It’s time to introduce the extension that is responsible for this whole mess!

I discovered the Unity extension ‘Fungus’ rather by coincidence, I can’t even remember when and how exactly. The project is being managed by Chris Gregan, who keeps a regularly updated blog on, a support forum and a showcase site. The man’s awesome.


To sum up what this is about:

If you want to create a game and know Unity a little bit, you can simply place your assets on a stage – the canvas – which will later be displayed on a device. The graphics are being programmed via scripts. You define what a button is and which textfield is showing which text, or which animation should be running where and how often.

All of that is relatively simple for a ‘Zork’ clone, and even there you can lose track of the storyflow if you don’t structure your work. Fungus shows nearly all of its functions on a graphical interface.


You define which view (camera) is supposed to be used, which buttons are leading where and much more. In my app project I use a canvas which is scaling in height. If a tablet or phone has a wider display, the screen shows more of the outer area, but all the text and main functions are always placed in the center frame.


The aforementioned ‘much more’ of the functions list includes ways to handle text. It’s incredibly easy to define a few styles for the many many pages of text to come, so that you don’t have to layout every single page. Also multiple choice menus are easy to adjust, and they even react dynamically based on the amount of choices.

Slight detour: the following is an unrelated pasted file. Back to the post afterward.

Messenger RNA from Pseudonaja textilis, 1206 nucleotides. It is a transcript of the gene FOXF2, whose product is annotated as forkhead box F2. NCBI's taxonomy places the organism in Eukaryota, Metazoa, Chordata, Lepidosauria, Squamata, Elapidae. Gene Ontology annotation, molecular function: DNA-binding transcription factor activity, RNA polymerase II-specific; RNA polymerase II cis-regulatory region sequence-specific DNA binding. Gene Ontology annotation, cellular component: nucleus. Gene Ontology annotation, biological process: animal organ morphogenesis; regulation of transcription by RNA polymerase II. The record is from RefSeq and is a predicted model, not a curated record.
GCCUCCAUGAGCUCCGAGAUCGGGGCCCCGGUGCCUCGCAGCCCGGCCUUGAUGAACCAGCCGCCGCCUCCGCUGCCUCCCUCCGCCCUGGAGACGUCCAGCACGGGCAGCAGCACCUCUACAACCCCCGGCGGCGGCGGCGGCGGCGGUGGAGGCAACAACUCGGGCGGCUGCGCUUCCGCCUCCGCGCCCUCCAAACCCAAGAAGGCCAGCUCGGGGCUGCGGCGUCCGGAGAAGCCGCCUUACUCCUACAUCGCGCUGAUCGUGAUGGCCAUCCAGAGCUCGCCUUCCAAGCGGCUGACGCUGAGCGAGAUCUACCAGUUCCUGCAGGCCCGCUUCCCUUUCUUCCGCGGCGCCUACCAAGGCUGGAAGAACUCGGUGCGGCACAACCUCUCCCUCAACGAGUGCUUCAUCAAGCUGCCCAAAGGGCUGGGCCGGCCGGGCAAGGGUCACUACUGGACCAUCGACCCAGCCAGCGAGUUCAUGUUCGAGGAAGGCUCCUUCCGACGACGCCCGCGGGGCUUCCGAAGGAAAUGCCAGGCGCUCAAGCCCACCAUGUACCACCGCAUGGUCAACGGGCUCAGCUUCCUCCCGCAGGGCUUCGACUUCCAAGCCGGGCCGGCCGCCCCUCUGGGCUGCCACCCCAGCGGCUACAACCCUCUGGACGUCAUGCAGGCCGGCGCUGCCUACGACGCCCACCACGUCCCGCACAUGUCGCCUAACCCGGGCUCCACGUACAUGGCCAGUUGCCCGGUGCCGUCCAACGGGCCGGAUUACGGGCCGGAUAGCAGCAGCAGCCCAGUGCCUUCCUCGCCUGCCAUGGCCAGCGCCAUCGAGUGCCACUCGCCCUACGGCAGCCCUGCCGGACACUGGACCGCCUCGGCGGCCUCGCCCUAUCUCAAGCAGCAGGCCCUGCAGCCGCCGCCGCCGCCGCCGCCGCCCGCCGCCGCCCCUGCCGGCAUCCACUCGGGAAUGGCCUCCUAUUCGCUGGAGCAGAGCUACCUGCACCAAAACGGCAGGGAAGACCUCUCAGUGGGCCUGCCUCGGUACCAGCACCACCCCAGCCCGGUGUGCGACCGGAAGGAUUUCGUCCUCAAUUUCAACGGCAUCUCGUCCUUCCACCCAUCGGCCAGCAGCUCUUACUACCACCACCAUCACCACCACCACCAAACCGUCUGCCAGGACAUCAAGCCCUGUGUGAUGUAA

The second, even more important feature is the flowchart system, which also represents an important part of the interface. Without this visualization of the dialogue tree, I might have already given up by now.

The flowcharts don’t just show the position of the story, you can also add visual and sound effects that are displayed during the game. The extension offers lots of tools and if you have enough creativity, you can have lots of fun with it. I saw a whole different kind of game in a classical desktop layout and simply moved assets around, so that it would fit my game.


It’s possible to navigate and control all the functions of a game via Fungus, but you don’t necessarily need to. You can change a dialogue layer to function as a popup, but you can also create a classic popup canvas in Unity and write a function for it. You can be creative and find a solution for every problem. There are already quite a few indie games which only use the flowchart dialogue function but come up with the rest by themselves.

Fungus is an open source project and can be supported via donations. If you’re not afraid of Unity, I highly recommend you download it from the asset store and have a look at it. There are already many tutorials which show how to install it (+Unity) and how to create your first narrative game.

Fungus’s official website.